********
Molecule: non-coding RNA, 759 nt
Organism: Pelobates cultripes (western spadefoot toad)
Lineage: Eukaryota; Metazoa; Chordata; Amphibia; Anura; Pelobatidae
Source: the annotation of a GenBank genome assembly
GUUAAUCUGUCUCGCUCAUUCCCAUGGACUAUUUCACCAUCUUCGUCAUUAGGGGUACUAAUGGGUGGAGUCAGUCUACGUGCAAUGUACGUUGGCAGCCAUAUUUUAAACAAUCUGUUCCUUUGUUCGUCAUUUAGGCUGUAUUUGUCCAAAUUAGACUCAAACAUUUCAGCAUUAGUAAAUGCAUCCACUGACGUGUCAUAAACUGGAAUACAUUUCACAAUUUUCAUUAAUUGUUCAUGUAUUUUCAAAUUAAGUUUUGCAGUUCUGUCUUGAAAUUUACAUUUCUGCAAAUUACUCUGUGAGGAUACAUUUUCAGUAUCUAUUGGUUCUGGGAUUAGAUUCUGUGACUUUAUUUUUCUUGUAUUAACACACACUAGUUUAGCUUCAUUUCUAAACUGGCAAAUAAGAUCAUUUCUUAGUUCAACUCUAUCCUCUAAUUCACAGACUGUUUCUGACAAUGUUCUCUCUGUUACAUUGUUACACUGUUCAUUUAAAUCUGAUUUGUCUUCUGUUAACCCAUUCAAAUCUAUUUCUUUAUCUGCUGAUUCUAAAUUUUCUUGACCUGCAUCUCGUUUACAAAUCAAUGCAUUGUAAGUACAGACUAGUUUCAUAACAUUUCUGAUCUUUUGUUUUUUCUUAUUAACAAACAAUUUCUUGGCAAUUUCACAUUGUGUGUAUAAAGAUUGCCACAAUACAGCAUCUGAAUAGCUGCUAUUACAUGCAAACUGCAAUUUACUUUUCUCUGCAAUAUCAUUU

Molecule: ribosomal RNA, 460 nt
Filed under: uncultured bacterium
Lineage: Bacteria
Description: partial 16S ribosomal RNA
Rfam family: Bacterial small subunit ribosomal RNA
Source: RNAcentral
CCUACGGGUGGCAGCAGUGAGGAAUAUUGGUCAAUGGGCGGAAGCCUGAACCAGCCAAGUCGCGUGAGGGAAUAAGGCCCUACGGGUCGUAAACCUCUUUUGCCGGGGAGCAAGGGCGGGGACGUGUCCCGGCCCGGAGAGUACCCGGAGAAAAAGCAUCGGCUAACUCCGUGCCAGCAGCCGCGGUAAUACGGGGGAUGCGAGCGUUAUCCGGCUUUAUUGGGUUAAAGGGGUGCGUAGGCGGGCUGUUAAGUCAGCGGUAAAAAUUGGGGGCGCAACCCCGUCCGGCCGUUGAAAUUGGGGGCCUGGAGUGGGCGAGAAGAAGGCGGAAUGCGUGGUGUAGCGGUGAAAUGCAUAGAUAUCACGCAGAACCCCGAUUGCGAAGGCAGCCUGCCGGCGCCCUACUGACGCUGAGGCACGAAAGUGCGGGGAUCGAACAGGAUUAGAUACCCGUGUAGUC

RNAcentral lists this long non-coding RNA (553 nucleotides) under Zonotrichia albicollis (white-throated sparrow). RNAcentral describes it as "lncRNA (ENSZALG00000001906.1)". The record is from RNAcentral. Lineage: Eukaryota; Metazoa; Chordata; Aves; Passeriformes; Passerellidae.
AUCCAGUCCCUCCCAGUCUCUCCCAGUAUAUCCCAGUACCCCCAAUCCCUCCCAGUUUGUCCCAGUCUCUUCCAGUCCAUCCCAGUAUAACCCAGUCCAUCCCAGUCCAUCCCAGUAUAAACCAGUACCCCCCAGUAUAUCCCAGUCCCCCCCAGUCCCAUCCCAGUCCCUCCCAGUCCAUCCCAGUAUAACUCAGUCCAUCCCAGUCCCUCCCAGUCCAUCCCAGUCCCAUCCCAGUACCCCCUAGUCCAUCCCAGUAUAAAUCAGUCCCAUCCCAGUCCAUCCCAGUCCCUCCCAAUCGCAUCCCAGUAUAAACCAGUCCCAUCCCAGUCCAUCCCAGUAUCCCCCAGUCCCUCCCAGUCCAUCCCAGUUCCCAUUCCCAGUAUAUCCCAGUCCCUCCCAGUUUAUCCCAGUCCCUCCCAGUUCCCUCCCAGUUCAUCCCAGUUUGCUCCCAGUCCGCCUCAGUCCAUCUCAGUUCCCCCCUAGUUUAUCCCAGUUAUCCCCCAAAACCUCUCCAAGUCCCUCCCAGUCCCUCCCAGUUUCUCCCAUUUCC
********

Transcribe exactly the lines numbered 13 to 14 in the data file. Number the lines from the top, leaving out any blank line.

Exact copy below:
RNAcentral lists this long non-coding RNA (553 nucleotides) under Zonotrichia albicollis (white-throated sparrow). RNAcentral describes it as "lncRNA (ENSZALG00000001906.1)". The record is from RNAcentral. Lineage: Eukaryota; Metazoa; Chordata; Aves; Passeriformes; Passerellidae.
AUCCAGUCCCUCCCAGUCUCUCCCAGUAUAUCCCAGUACCCCCAAUCCCUCCCAGUUUGUCCCAGUCUCUUCCAGUCCAUCCCAGUAUAACCCAGUCCAUCCCAGUCCAUCCCAGUAUAAACCAGUACCCCCCAGUAUAUCCCAGUCCCCCCCAGUCCCAUCCCAGUCCCUCCCAGUCCAUCCCAGUAUAACUCAGUCCAUCCCAGUCCCUCCCAGUCCAUCCCAGUCCCAUCCCAGUACCCCCUAGUCCAUCCCAGUAUAAAUCAGUCCCAUCCCAGUCCAUCCCAGUCCCUCCCAAUCGCAUCCCAGUAUAAACCAGUCCCAUCCCAGUCCAUCCCAGUAUCCCCCAGUCCCUCCCAGUCCAUCCCAGUUCCCAUUCCCAGUAUAUCCCAGUCCCUCCCAGUUUAUCCCAGUCCCUCCCAGUUCCCUCCCAGUUCAUCCCAGUUUGCUCCCAGUCCGCCUCAGUCCAUCUCAGUUCCCCCCUAGUUUAUCCCAGUUAUCCCCCAAAACCUCUCCAAGUCCCUCCCAGUCCCUCCCAGUUUCUCCCAUUUCC